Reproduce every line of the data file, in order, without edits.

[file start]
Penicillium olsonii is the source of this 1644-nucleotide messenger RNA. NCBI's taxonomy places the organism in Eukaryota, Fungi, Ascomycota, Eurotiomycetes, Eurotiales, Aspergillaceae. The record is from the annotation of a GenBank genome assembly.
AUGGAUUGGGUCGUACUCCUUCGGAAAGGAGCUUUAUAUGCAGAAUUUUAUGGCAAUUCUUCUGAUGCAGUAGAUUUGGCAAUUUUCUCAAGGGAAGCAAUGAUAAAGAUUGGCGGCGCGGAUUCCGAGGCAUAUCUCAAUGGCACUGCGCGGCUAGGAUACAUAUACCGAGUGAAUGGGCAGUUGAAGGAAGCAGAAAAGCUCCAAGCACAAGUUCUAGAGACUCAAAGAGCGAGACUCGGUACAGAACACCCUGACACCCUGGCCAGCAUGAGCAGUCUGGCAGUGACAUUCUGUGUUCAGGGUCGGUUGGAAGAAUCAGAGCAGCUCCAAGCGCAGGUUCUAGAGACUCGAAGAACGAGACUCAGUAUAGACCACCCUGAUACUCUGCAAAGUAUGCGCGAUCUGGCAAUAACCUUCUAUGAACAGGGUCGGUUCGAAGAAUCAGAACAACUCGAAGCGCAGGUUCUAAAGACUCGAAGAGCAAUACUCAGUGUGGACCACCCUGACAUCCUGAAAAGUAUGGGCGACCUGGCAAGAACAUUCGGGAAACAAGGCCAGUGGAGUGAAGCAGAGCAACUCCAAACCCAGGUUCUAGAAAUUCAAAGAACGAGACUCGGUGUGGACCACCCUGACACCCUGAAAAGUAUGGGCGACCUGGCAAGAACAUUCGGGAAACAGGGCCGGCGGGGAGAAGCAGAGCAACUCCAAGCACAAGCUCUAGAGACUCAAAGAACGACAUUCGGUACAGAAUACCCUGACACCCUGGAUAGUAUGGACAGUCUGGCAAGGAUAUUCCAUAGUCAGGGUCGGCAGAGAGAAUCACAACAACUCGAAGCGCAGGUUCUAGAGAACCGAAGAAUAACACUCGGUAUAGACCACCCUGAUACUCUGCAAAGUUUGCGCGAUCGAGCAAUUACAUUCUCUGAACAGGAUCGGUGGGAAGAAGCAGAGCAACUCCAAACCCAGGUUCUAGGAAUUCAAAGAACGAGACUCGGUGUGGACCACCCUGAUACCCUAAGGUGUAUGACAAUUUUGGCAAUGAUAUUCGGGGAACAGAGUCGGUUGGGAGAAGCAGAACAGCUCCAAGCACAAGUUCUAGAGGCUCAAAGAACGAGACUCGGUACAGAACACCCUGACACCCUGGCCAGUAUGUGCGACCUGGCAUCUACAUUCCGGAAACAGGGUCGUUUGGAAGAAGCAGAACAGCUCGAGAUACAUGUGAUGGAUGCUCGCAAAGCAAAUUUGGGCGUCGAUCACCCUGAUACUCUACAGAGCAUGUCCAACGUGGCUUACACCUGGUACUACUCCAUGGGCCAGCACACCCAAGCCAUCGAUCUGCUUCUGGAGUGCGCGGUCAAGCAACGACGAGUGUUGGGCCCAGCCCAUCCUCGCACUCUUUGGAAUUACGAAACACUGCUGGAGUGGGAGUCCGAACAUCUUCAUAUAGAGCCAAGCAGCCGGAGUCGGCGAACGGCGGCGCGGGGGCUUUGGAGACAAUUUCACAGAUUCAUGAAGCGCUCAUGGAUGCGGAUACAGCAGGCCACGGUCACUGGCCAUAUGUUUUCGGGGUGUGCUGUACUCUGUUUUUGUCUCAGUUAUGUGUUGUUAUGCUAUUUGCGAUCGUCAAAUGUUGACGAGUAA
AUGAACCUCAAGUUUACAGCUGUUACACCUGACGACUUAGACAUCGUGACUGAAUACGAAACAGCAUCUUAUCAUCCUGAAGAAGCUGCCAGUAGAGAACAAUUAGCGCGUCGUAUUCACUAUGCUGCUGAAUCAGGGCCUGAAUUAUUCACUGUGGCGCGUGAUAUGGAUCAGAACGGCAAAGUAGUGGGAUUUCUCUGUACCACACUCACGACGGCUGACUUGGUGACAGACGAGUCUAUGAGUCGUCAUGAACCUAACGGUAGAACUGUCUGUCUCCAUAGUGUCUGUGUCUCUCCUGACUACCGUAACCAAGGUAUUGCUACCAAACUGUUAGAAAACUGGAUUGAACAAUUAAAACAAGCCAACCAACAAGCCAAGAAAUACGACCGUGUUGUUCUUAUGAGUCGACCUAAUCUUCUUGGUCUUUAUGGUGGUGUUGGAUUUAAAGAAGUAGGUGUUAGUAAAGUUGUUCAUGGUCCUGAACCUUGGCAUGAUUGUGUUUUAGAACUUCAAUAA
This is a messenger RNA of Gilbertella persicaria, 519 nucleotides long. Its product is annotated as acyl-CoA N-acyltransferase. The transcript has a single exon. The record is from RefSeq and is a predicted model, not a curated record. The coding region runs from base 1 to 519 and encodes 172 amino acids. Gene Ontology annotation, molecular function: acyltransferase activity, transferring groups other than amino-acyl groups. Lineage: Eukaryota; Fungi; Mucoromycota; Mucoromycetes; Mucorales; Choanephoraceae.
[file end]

Penicillium olsonii is the source of this 1644-nucleotide messenger RNA. NCBI's taxonomy places the organism in Eukaryota, Fungi, Ascomycota, Eurotiomycetes, Eurotiales, Aspergillaceae. The record is from the annotation of a GenBank genome assembly.
AUGGAUUGGGUCGUACUCCUUCGGAAAGGAGCUUUAUAUGCAGAAUUUUAUGGCAAUUCUUCUGAUGCAGUAGAUUUGGCAAUUUUCUCAAGGGAAGCAAUGAUAAAGAUUGGCGGCGCGGAUUCCGAGGCAUAUCUCAAUGGCACUGCGCGGCUAGGAUACAUAUACCGAGUGAAUGGGCAGUUGAAGGAAGCAGAAAAGCUCCAAGCACAAGUUCUAGAGACUCAAAGAGCGAGACUCGGUACAGAACACCCUGACACCCUGGCCAGCAUGAGCAGUCUGGCAGUGACAUUCUGUGUUCAGGGUCGGUUGGAAGAAUCAGAGCAGCUCCAAGCGCAGGUUCUAGAGACUCGAAGAACGAGACUCAGUAUAGACCACCCUGAUACUCUGCAAAGUAUGCGCGAUCUGGCAAUAACCUUCUAUGAACAGGGUCGGUUCGAAGAAUCAGAACAACUCGAAGCGCAGGUUCUAAAGACUCGAAGAGCAAUACUCAGUGUGGACCACCCUGACAUCCUGAAAAGUAUGGGCGACCUGGCAAGAACAUUCGGGAAACAAGGCCAGUGGAGUGAAGCAGAGCAACUCCAAACCCAGGUUCUAGAAAUUCAAAGAACGAGACUCGGUGUGGACCACCCUGACACCCUGAAAAGUAUGGGCGACCUGGCAAGAACAUUCGGGAAACAGGGCCGGCGGGGAGAAGCAGAGCAACUCCAAGCACAAGCUCUAGAGACUCAAAGAACGACAUUCGGUACAGAAUACCCUGACACCCUGGAUAGUAUGGACAGUCUGGCAAGGAUAUUCCAUAGUCAGGGUCGGCAGAGAGAAUCACAACAACUCGAAGCGCAGGUUCUAGAGAACCGAAGAAUAACACUCGGUAUAGACCACCCUGAUACUCUGCAAAGUUUGCGCGAUCGAGCAAUUACAUUCUCUGAACAGGAUCGGUGGGAAGAAGCAGAGCAACUCCAAACCCAGGUUCUAGGAAUUCAAAGAACGAGACUCGGUGUGGACCACCCUGAUACCCUAAGGUGUAUGACAAUUUUGGCAAUGAUAUUCGGGGAACAGAGUCGGUUGGGAGAAGCAGAACAGCUCCAAGCACAAGUUCUAGAGGCUCAAAGAACGAGACUCGGUACAGAACACCCUGACACCCUGGCCAGUAUGUGCGACCUGGCAUCUACAUUCCGGAAACAGGGUCGUUUGGAAGAAGCAGAACAGCUCGAGAUACAUGUGAUGGAUGCUCGCAAAGCAAAUUUGGGCGUCGAUCACCCUGAUACUCUACAGAGCAUGUCCAACGUGGCUUACACCUGGUACUACUCCAUGGGCCAGCACACCCAAGCCAUCGAUCUGCUUCUGGAGUGCGCGGUCAAGCAACGACGAGUGUUGGGCCCAGCCCAUCCUCGCACUCUUUGGAAUUACGAAACACUGCUGGAGUGGGAGUCCGAACAUCUUCAUAUAGAGCCAAGCAGCCGGAGUCGGCGAACGGCGGCGCGGGGGCUUUGGAGACAAUUUCACAGAUUCAUGAAGCGCUCAUGGAUGCGGAUACAGCAGGCCACGGUCACUGGCCAUAUGUUUUCGGGGUGUGCUGUACUCUGUUUUUGUCUCAGUUAUGUGUUGUUAUGCUAUUUGCGAUCGUCAAAUGUUGACGAGUAA
AUGAACCUCAAGUUUACAGCUGUUACACCUGACGACUUAGACAUCGUGACUGAAUACGAAACAGCAUCUUAUCAUCCUGAAGAAGCUGCCAGUAGAGAACAAUUAGCGCGUCGUAUUCACUAUGCUGCUGAAUCAGGGCCUGAAUUAUUCACUGUGGCGCGUGAUAUGGAUCAGAACGGCAAAGUAGUGGGAUUUCUCUGUACCACACUCACGACGGCUGACUUGGUGACAGACGAGUCUAUGAGUCGUCAUGAACCUAACGGUAGAACUGUCUGUCUCCAUAGUGUCUGUGUCUCUCCUGACUACCGUAACCAAGGUAUUGCUACCAAACUGUUAGAAAACUGGAUUGAACAAUUAAAACAAGCCAACCAACAAGCCAAGAAAUACGACCGUGUUGUUCUUAUGAGUCGACCUAAUCUUCUUGGUCUUUAUGGUGGUGUUGGAUUUAAAGAAGUAGGUGUUAGUAAAGUUGUUCAUGGUCCUGAACCUUGGCAUGAUUGUGUUUUAGAACUUCAAUAA
This is a messenger RNA of Gilbertella persicaria, 519 nucleotides long. Its product is annotated as acyl-CoA N-acyltransferase. The transcript has a single exon. The record is from RefSeq and is a predicted model, not a curated record. The coding region runs from base 1 to 519 and encodes 172 amino acids. Gene Ontology annotation, molecular function: acyltransferase activity, transferring groups other than amino-acyl groups. Lineage: Eukaryota; Fungi; Mucoromycota; Mucoromycetes; Mucorales; Choanephoraceae.